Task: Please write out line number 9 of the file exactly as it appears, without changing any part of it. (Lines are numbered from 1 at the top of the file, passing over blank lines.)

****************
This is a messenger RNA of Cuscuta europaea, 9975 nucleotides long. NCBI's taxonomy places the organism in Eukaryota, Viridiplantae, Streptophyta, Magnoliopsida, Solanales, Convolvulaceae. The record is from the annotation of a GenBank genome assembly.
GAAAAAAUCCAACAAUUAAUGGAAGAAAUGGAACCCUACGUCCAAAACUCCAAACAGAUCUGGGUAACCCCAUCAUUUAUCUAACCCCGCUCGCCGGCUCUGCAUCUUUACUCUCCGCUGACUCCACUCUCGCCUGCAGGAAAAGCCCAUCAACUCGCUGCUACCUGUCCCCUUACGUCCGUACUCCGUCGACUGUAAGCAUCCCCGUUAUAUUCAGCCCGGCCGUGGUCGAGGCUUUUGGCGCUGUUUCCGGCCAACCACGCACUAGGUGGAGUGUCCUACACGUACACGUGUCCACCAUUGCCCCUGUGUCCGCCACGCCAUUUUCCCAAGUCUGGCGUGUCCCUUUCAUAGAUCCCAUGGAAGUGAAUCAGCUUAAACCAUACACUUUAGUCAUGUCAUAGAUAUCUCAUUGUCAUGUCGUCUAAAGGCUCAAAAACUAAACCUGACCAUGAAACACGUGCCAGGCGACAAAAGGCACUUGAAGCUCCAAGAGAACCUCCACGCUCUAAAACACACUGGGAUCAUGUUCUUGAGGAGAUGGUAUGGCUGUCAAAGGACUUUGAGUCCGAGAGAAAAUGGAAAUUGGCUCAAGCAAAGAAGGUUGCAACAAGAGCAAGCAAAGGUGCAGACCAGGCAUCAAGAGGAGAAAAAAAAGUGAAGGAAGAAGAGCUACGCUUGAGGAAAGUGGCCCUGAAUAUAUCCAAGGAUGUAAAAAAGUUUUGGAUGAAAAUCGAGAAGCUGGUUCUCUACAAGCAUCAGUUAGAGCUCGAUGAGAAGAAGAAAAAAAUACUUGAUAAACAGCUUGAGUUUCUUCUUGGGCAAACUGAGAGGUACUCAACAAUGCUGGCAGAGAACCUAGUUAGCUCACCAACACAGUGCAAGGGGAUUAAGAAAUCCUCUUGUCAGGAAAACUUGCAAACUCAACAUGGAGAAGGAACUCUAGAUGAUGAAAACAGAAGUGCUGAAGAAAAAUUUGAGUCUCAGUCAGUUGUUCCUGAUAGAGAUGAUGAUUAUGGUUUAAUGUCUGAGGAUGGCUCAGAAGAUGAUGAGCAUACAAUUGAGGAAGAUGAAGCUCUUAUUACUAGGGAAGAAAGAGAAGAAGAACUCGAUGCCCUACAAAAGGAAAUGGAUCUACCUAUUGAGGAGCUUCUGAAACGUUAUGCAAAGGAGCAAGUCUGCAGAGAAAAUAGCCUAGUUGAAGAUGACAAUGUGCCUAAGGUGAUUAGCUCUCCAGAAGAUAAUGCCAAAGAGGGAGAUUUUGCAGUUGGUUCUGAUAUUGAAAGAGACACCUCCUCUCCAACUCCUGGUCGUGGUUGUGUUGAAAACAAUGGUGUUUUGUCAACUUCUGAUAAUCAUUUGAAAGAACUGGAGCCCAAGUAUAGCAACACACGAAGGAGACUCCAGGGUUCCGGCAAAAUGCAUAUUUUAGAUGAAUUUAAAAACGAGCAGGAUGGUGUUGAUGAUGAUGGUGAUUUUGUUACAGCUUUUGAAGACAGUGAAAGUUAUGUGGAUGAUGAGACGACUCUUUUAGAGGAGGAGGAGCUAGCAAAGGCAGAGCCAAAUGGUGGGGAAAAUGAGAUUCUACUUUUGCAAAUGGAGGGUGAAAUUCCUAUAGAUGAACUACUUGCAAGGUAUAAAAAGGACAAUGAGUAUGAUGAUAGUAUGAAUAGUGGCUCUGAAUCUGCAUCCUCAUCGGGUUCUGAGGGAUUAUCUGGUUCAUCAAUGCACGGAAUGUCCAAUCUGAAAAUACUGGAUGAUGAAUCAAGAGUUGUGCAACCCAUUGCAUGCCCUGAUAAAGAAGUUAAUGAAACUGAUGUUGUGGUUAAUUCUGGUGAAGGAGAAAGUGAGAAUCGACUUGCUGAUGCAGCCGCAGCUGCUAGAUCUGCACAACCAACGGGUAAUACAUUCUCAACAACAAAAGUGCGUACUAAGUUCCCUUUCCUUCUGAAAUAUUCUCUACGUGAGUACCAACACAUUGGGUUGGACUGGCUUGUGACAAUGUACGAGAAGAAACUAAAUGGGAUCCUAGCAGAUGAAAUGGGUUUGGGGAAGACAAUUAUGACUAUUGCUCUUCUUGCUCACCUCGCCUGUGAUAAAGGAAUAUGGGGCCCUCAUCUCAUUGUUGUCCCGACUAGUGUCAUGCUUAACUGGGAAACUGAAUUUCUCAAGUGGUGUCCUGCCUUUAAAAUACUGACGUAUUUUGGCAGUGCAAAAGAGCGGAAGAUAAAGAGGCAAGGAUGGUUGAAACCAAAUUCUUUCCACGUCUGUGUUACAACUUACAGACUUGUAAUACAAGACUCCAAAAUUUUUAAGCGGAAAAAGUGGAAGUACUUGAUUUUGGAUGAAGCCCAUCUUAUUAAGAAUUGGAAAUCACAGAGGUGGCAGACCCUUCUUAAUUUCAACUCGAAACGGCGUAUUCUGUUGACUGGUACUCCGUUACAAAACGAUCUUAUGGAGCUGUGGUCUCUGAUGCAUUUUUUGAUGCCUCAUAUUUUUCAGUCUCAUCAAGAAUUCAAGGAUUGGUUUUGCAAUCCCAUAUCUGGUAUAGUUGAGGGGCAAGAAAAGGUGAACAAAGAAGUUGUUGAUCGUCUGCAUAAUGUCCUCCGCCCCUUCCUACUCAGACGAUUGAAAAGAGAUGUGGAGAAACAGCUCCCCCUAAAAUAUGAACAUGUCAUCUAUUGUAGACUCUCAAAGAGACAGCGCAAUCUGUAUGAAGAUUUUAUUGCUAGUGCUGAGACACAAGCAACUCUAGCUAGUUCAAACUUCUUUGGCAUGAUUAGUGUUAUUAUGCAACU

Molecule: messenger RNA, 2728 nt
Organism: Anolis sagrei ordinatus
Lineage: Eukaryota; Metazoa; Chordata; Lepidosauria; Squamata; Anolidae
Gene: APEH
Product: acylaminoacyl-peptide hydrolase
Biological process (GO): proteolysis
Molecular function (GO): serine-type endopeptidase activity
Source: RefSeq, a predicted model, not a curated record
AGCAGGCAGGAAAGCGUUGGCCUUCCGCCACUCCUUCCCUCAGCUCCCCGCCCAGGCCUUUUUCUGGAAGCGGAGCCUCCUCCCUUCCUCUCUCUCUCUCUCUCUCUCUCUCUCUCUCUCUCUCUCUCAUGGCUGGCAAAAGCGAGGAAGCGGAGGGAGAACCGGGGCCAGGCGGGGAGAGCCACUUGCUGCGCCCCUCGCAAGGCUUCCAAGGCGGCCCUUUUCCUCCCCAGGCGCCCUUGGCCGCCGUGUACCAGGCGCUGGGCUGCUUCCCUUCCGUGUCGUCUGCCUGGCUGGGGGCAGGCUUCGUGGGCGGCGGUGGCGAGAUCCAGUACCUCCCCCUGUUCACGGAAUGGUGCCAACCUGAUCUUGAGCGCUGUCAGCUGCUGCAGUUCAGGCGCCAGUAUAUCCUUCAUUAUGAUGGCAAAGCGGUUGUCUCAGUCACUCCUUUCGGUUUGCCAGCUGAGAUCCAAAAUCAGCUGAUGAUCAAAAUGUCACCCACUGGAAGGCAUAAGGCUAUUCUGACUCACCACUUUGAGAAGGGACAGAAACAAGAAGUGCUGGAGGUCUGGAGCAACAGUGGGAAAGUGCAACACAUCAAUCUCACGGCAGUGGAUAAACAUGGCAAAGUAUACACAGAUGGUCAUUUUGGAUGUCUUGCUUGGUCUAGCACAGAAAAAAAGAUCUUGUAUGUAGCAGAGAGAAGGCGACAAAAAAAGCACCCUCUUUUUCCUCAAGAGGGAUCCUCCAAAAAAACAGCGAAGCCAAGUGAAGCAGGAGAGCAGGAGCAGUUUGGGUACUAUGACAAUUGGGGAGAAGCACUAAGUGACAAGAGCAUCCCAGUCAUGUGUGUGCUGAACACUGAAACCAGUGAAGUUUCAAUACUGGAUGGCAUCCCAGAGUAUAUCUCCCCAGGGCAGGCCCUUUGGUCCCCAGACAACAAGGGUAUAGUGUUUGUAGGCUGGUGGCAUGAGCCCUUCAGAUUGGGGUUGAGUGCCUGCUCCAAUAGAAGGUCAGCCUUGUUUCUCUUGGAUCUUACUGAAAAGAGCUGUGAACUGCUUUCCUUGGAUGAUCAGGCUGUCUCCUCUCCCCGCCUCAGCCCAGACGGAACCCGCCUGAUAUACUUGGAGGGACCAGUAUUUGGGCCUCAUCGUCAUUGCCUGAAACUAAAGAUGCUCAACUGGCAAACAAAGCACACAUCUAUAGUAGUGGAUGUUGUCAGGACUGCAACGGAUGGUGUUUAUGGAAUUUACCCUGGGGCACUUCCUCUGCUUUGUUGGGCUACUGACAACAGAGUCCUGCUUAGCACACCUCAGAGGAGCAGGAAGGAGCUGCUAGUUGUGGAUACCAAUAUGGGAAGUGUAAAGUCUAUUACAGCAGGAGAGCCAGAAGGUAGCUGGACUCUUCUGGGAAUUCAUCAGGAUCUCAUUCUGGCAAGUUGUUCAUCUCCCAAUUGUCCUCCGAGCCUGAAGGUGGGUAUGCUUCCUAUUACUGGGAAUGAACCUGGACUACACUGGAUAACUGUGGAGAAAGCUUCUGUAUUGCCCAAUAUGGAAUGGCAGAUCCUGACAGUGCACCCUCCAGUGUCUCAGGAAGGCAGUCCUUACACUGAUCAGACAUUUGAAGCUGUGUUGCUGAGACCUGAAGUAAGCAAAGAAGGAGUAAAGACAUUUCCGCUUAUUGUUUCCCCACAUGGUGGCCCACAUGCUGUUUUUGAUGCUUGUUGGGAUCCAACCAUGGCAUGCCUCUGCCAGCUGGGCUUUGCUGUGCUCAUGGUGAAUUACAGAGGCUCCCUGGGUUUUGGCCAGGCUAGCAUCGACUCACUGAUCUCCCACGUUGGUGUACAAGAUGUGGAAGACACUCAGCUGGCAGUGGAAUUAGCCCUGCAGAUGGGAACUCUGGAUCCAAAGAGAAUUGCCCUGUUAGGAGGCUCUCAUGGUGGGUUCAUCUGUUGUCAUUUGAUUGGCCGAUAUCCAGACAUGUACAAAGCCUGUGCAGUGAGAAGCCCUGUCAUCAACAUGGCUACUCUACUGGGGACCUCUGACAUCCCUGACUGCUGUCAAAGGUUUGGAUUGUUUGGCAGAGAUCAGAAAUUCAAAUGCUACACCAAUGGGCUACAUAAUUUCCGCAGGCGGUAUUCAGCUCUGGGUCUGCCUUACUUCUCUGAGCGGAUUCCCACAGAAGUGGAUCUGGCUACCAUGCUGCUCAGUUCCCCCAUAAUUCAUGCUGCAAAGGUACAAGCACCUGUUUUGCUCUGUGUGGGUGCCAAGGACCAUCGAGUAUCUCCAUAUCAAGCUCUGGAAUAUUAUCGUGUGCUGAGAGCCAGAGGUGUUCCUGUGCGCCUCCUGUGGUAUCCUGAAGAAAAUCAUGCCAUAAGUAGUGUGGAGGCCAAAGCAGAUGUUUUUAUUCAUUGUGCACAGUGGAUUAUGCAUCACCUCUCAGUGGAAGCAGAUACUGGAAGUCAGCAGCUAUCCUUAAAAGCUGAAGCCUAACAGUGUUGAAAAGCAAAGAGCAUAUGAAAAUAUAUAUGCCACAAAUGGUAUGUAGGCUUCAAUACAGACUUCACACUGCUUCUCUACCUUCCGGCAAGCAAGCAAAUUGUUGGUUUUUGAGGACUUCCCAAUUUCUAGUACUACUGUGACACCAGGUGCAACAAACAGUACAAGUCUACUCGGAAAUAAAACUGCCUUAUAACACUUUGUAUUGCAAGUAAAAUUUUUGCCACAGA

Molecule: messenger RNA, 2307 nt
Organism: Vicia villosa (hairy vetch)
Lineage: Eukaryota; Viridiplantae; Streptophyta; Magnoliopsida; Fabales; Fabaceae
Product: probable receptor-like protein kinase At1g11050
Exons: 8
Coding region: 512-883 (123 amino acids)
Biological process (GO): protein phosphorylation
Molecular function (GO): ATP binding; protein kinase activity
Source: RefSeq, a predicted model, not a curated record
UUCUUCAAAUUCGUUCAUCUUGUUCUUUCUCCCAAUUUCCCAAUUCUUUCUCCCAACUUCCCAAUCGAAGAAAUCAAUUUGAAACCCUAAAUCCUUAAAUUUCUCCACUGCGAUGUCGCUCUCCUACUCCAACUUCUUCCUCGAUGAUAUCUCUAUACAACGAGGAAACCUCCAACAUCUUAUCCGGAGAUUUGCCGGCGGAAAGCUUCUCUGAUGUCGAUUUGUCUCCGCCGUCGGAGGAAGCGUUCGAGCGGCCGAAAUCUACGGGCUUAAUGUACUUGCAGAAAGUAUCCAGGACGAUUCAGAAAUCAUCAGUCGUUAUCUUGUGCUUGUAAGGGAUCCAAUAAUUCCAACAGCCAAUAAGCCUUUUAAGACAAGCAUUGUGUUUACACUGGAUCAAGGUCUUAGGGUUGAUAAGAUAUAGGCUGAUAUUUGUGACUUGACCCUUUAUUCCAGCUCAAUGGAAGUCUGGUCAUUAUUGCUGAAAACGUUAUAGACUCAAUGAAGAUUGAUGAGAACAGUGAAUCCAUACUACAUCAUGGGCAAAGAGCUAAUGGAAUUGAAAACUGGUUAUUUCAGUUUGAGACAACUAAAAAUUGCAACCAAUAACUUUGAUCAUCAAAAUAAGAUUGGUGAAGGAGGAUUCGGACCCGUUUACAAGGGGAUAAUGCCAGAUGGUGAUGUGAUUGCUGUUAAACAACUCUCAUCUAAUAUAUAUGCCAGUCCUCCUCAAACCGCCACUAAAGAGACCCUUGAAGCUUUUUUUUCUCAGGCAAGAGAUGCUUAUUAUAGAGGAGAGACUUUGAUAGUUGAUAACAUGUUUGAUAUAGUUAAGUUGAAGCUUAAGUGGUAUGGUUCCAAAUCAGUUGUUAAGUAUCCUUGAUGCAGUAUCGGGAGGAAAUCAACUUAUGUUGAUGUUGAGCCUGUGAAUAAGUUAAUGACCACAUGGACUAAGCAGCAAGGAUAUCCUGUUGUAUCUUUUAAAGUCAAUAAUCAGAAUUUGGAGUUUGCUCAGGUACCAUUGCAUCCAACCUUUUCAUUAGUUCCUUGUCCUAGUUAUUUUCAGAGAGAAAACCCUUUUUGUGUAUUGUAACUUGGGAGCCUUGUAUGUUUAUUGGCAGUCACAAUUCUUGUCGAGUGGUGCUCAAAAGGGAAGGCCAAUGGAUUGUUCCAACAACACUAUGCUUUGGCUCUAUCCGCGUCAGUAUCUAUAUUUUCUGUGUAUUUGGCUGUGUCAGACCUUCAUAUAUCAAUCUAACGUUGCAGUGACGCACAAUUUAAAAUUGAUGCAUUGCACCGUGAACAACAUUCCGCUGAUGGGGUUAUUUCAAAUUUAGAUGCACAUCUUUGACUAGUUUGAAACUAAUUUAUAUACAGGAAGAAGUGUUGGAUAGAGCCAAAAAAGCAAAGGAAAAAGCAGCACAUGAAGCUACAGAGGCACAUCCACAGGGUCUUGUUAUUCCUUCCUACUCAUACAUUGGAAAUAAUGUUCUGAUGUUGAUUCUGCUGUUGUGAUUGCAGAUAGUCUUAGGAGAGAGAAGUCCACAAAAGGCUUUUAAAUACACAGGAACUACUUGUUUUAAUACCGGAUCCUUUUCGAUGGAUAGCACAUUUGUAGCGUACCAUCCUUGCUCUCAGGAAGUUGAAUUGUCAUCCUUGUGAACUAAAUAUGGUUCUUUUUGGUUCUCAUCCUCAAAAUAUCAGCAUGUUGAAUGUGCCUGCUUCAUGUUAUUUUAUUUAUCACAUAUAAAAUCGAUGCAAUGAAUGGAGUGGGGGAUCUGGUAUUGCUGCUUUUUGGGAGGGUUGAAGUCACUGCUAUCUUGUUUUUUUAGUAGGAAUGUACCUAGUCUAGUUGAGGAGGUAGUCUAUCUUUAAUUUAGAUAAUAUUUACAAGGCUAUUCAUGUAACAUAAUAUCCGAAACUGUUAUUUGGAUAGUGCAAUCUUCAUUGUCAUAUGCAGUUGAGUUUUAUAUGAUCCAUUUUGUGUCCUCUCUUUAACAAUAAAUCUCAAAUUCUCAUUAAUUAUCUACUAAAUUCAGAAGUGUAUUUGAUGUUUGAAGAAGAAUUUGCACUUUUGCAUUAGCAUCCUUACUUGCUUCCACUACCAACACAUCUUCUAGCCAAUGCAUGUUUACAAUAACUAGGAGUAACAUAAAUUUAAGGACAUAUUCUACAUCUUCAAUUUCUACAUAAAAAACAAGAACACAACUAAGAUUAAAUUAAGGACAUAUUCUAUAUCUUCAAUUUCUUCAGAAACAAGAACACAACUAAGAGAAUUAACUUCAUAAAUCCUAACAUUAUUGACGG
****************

Molecular function (GO): serine-type endopeptidase activity